If we want to ensure food security and meet the accrescent food demand, it is time that we start looking beyond soil chemistry

Try googling ‘importance of soil'. The first line that appears says, ‘Soils are essential for life' (Trust me I did it too!). Soil is a medium in which plant thrive & grow. Minerals, gases, and water rest within the interstitial spaces and constitue them. Not only plants, but even biodiversity of microbes and insects find home in the soil. In agriculture, soil is the basis of a good cultivation or a bad one. It is undeniable that many abiotic factors also dictate the fate of a cultivation. However, having a fertile soil is still a necessity. In the course of adapting newer agrochemicals and hybrid seeds, we have not realised the effect of these agrochemicals on soil. The life of soil, i.e., its biology is severely impacted due to these chemical inputs. Soil microbes have been an indispensable part of the soil. They facilitate the movement of nutrients from soil to the plant system, thus enhancing immunity and has also kept the plants protected from diseases and abiotic stress.

Understanding the importance of soil, Governemnt of India launched a Soil Health Card (SHC) scheme in 2015. It aims at delivering SHC to all farmers in India. SHC is a report of the soil makeup and gives information on 12 parameters viz. - pH (soil reaction; acidity/alkalinity of the soil), total dissolved salts, organic carbon, phosphorous, potash, and minor nutrients like sulphur, magnesium, calcium and micro-nutrients, including zinc, ferrous, manganese and copper. Soil Health Card just informs you about the physical & chemical properties of the soil, but contains no information on the third pillar of soil health, which is its biology. No matter how balanced the soil is in terms of its nutrient values, it does not make the land fertile if it has poor soil micro flora.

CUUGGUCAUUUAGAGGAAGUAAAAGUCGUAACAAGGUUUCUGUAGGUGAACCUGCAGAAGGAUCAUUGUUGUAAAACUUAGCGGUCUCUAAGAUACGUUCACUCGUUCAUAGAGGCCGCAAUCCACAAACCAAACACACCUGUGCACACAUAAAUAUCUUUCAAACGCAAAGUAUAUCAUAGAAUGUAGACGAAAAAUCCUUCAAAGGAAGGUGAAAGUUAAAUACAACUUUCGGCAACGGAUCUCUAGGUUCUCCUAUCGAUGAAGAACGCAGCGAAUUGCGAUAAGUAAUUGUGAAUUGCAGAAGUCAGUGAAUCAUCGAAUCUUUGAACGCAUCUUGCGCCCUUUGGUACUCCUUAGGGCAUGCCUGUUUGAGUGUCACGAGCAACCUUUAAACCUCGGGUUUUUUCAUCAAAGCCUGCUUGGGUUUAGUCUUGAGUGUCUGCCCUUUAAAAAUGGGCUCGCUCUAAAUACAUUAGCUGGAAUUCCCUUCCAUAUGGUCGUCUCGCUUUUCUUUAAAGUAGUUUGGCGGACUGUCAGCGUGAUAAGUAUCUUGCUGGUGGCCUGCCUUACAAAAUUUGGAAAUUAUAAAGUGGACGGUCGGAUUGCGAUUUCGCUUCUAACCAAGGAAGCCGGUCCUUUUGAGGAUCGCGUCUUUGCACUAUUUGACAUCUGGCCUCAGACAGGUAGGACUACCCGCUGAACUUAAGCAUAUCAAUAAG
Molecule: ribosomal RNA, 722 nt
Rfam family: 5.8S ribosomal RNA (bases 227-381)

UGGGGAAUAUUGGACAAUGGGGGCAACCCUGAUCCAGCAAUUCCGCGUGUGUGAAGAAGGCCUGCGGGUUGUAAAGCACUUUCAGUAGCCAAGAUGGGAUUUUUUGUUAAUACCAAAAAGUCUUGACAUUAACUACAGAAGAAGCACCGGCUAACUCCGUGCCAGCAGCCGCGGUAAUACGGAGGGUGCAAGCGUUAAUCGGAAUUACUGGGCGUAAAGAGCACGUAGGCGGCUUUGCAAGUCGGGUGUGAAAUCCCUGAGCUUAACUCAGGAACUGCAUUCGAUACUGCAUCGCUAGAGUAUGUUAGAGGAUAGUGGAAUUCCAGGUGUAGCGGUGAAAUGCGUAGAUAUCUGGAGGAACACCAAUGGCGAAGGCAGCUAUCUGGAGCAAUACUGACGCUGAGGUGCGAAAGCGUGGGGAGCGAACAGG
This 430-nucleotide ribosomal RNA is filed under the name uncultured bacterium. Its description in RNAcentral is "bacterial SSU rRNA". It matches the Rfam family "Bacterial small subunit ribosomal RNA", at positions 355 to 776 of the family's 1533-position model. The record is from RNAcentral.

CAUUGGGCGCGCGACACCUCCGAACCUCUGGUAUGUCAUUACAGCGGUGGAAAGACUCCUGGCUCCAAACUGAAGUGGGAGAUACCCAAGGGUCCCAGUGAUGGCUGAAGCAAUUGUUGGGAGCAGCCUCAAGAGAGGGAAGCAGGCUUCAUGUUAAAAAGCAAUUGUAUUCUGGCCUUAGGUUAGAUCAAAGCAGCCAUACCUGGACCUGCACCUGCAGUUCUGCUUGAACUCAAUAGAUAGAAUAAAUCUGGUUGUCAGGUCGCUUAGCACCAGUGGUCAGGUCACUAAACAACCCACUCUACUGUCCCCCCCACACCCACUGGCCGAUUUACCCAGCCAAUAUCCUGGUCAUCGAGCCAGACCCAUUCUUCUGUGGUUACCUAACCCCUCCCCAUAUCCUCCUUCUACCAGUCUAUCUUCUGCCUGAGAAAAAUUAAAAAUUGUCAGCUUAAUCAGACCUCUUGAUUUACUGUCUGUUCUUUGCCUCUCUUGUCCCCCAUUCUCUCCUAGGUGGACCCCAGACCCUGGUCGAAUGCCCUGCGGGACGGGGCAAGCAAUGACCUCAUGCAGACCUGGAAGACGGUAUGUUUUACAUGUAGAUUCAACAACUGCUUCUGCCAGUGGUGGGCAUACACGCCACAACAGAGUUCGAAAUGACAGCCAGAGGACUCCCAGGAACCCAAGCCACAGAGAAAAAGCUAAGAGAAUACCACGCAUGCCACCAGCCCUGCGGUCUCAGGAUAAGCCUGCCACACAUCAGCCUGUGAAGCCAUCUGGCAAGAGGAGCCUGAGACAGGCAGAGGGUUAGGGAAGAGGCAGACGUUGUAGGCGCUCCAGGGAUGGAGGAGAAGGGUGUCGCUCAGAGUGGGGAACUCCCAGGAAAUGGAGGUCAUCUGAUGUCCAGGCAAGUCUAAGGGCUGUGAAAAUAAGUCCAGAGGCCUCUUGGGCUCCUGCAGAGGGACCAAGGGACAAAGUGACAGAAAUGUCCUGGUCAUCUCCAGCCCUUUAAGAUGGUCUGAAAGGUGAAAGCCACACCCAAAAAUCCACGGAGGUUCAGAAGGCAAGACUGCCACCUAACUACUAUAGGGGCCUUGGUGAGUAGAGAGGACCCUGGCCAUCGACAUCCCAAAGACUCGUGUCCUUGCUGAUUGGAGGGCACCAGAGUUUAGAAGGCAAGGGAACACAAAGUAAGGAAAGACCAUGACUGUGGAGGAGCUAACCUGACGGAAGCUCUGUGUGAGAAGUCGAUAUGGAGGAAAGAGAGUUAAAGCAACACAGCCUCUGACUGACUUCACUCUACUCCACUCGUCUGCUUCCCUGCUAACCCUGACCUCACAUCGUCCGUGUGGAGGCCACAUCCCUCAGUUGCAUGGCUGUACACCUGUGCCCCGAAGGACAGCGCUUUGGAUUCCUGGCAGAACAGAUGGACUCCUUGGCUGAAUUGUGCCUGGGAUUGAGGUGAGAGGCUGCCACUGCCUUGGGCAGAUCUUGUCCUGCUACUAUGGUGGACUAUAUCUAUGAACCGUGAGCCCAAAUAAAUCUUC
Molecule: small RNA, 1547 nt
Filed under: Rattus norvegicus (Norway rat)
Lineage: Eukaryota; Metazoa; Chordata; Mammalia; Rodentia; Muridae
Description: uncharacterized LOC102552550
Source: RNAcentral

In recent years, scientists, governments, and even farmers have realised the impact of excessive use of chemicals and are now promoting organic farming techniques. Concepts like composting, vermicomposting, us-age organic manure are promoted by Government. This not only cuts cost of cultivation, but also helps in farm waste management. The lacunae in these techniques is that, the farmers are unsure with the kinds and number of microbes being seeded in the soil. Soil microbial analysis reflect that population of silicates, potash solubilisers and even of actinomycetes is poor. There is lack of a wholesome approach in soil enrichment techniques. It is important for farmers and agriculturists to adapt technologies, which are a complete solution in improving soil microbiology and are not just specific to certain issues. If we want to ensure food security and meet the accrescent food demand, it is time that we start looking beyond soil chemistry.